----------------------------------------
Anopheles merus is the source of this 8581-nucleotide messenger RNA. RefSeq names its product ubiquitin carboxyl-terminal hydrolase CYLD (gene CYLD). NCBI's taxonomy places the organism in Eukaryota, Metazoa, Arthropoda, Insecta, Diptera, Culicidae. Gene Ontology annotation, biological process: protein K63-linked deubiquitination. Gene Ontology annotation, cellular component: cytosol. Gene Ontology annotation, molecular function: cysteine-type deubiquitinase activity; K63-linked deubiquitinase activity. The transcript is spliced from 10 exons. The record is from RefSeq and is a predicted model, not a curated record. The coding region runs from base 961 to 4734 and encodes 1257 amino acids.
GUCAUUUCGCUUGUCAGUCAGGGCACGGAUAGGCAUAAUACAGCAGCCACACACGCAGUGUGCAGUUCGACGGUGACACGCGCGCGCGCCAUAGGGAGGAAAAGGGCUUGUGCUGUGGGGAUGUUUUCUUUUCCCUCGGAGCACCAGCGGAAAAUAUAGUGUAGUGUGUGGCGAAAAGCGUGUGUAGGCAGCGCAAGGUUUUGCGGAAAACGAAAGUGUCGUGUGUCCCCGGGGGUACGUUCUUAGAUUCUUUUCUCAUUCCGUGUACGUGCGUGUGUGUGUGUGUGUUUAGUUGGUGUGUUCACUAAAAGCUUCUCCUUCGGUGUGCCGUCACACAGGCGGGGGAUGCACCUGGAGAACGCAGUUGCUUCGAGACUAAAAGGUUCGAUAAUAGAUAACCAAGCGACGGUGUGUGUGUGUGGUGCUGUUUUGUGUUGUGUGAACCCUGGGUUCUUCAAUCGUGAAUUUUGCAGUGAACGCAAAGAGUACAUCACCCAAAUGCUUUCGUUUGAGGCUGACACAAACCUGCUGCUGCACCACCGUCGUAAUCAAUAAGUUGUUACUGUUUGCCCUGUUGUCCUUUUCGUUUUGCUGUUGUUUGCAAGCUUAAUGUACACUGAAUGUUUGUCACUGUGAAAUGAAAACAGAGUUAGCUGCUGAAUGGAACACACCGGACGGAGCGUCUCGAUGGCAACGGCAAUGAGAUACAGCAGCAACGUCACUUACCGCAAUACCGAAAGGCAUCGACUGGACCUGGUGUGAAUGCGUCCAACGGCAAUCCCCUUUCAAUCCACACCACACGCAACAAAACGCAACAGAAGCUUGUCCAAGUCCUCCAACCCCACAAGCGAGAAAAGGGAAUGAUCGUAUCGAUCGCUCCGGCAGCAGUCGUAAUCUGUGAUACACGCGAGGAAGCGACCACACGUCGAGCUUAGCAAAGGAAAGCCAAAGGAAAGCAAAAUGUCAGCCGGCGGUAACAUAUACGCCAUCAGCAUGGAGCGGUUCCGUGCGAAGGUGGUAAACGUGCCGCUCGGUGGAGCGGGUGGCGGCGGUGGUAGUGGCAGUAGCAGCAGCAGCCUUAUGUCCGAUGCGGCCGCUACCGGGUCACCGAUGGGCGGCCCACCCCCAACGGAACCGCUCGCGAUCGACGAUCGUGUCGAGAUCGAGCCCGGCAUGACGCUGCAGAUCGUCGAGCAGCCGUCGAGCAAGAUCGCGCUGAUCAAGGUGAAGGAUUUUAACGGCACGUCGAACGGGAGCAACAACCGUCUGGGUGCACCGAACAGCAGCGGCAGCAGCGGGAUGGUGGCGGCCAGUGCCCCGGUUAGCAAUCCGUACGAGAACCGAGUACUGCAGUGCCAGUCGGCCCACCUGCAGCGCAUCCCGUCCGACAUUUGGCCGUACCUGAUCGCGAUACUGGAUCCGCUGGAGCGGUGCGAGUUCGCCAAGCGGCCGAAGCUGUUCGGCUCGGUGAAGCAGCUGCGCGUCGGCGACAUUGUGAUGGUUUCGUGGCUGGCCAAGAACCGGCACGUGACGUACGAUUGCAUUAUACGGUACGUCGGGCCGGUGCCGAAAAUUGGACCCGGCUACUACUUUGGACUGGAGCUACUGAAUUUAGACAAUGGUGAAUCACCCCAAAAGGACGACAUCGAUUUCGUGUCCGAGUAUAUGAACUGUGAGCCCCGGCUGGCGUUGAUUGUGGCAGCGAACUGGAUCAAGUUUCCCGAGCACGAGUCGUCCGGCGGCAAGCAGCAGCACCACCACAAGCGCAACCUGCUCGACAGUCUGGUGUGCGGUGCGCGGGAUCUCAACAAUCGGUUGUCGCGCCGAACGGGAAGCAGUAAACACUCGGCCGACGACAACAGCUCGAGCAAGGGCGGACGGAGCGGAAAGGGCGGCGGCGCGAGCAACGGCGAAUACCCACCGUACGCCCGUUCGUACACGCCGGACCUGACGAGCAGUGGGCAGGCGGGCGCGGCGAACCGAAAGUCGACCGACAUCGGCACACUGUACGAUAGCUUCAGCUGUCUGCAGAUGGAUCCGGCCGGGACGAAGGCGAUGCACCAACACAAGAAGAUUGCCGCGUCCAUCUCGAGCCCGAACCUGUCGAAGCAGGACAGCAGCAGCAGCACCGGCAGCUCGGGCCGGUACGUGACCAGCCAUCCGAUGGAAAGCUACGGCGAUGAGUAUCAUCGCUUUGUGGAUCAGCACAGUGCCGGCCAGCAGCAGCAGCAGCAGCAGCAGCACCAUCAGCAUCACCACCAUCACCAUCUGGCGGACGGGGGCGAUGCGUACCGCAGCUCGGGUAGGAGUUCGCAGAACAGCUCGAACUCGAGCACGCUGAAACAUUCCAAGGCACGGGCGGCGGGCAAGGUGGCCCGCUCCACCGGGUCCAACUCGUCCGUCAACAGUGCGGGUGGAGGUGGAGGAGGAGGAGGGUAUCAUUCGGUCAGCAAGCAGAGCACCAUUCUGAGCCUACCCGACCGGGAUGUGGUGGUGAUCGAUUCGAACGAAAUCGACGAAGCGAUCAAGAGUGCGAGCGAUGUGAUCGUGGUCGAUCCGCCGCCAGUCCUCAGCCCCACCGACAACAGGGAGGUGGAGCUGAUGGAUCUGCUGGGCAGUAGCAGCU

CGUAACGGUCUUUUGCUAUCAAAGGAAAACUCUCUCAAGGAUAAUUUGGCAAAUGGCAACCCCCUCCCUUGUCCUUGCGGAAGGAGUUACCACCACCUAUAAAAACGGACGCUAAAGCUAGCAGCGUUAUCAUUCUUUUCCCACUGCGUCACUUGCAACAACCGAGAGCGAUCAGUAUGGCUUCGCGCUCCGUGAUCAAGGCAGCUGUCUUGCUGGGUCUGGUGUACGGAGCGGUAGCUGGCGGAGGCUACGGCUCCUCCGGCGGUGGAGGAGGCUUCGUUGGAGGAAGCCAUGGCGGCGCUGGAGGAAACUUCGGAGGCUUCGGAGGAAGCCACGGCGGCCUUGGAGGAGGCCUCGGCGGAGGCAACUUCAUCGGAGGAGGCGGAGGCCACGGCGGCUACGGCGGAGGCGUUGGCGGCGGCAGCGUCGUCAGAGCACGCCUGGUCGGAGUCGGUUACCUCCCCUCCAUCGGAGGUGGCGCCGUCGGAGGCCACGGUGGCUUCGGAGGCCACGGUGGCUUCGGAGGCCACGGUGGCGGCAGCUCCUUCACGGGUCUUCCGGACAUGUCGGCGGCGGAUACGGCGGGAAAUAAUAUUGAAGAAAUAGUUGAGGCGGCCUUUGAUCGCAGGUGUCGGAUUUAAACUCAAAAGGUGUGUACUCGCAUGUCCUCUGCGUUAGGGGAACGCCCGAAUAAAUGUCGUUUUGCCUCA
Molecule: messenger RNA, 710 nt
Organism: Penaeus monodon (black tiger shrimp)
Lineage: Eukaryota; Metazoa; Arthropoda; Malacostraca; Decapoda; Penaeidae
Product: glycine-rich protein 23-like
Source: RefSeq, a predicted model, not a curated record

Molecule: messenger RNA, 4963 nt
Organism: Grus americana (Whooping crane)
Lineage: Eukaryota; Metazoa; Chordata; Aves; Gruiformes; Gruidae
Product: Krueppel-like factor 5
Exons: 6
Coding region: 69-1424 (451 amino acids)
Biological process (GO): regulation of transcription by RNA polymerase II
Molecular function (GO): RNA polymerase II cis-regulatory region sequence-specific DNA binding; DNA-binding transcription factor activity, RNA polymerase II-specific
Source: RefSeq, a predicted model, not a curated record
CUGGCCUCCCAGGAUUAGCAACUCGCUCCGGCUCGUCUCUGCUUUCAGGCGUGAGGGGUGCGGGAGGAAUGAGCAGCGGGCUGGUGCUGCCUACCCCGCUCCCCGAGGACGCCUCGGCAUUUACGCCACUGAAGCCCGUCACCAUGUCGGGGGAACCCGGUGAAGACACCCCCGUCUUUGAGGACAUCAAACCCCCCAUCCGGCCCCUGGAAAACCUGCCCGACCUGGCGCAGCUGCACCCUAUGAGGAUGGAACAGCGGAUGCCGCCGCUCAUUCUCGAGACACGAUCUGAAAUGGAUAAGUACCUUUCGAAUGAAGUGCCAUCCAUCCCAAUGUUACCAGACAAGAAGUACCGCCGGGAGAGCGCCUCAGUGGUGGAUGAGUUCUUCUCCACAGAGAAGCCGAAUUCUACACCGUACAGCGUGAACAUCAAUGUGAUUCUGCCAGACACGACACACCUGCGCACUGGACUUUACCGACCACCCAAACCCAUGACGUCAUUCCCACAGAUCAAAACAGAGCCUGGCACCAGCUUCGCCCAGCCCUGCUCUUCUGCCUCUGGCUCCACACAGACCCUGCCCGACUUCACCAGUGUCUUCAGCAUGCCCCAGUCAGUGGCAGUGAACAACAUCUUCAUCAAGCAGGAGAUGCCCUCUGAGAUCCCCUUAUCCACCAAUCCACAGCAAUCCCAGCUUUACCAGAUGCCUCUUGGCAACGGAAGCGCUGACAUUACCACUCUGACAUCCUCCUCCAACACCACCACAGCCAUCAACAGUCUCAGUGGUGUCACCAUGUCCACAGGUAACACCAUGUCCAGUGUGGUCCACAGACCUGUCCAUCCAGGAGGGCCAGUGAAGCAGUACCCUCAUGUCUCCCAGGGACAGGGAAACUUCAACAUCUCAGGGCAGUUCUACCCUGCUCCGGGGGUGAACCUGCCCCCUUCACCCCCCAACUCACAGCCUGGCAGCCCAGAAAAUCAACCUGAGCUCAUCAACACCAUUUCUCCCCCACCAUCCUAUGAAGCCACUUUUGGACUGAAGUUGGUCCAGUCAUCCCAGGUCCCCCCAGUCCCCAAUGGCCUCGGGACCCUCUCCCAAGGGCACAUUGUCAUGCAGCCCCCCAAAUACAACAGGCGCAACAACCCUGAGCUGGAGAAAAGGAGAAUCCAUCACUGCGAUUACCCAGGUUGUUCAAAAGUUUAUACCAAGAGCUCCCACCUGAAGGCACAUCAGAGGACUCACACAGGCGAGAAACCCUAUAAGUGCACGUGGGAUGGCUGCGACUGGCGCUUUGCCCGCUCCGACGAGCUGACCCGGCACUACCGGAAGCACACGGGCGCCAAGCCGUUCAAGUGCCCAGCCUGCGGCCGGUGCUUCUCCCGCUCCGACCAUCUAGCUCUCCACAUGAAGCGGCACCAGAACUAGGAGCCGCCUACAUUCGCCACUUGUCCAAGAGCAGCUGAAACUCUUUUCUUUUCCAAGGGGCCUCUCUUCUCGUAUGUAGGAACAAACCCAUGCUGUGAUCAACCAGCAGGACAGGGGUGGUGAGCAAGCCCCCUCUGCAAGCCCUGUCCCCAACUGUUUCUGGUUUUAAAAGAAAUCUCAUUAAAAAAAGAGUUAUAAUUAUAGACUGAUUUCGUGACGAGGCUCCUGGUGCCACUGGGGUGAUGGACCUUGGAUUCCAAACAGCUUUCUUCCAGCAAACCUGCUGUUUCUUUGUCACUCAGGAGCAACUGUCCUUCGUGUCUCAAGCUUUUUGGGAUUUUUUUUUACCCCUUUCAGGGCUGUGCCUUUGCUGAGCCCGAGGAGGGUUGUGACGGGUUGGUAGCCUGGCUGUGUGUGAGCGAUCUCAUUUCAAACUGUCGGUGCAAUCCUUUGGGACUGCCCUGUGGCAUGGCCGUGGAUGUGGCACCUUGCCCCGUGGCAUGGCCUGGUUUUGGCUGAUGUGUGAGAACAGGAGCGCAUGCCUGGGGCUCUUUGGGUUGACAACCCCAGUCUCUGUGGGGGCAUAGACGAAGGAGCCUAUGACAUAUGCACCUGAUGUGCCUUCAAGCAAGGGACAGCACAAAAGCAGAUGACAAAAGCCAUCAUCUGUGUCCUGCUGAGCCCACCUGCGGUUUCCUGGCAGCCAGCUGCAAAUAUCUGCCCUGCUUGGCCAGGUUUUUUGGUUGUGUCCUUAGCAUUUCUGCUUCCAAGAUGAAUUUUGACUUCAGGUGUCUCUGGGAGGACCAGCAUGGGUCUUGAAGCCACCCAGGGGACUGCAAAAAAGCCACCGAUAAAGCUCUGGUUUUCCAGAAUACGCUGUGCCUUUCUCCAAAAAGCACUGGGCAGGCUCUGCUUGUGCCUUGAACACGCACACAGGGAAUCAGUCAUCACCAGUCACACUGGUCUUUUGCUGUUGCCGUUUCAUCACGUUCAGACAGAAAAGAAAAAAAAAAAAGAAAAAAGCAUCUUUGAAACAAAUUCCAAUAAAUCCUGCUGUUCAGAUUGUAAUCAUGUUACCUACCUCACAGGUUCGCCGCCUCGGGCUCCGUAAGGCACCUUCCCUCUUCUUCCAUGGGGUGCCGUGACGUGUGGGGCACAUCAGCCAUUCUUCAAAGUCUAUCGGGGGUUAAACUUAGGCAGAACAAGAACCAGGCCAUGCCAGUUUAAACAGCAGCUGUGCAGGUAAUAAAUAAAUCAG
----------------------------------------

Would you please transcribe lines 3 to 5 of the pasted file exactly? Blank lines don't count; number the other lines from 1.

CGUAACGGUCUUUUGCUAUCAAAGGAAAACUCUCUCAAGGAUAAUUUGGCAAAUGGCAACCCCCUCCCUUGUCCUUGCGGAAGGAGUUACCACCACCUAUAAAAACGGACGCUAAAGCUAGCAGCGUUAUCAUUCUUUUCCCACUGCGUCACUUGCAACAACCGAGAGCGAUCAGUAUGGCUUCGCGCUCCGUGAUCAAGGCAGCUGUCUUGCUGGGUCUGGUGUACGGAGCGGUAGCUGGCGGAGGCUACGGCUCCUCCGGCGGUGGAGGAGGCUUCGUUGGAGGAAGCCAUGGCGGCGCUGGAGGAAACUUCGGAGGCUUCGGAGGAAGCCACGGCGGCCUUGGAGGAGGCCUCGGCGGAGGCAACUUCAUCGGAGGAGGCGGAGGCCACGGCGGCUACGGCGGAGGCGUUGGCGGCGGCAGCGUCGUCAGAGCACGCCUGGUCGGAGUCGGUUACCUCCCCUCCAUCGGAGGUGGCGCCGUCGGAGGCCACGGUGGCUUCGGAGGCCACGGUGGCUUCGGAGGCCACGGUGGCGGCAGCUCCUUCACGGGUCUUCCGGACAUGUCGGCGGCGGAUACGGCGGGAAAUAAUAUUGAAGAAAUAGUUGAGGCGGCCUUUGAUCGCAGGUGUCGGAUUUAAACUCAAAAGGUGUGUACUCGCAUGUCCUCUGCGUUAGGGGAACGCCCGAAUAAAUGUCGUUUUGCCUCA
Molecule: messenger RNA, 710 nt
Organism: Penaeus monodon (black tiger shrimp)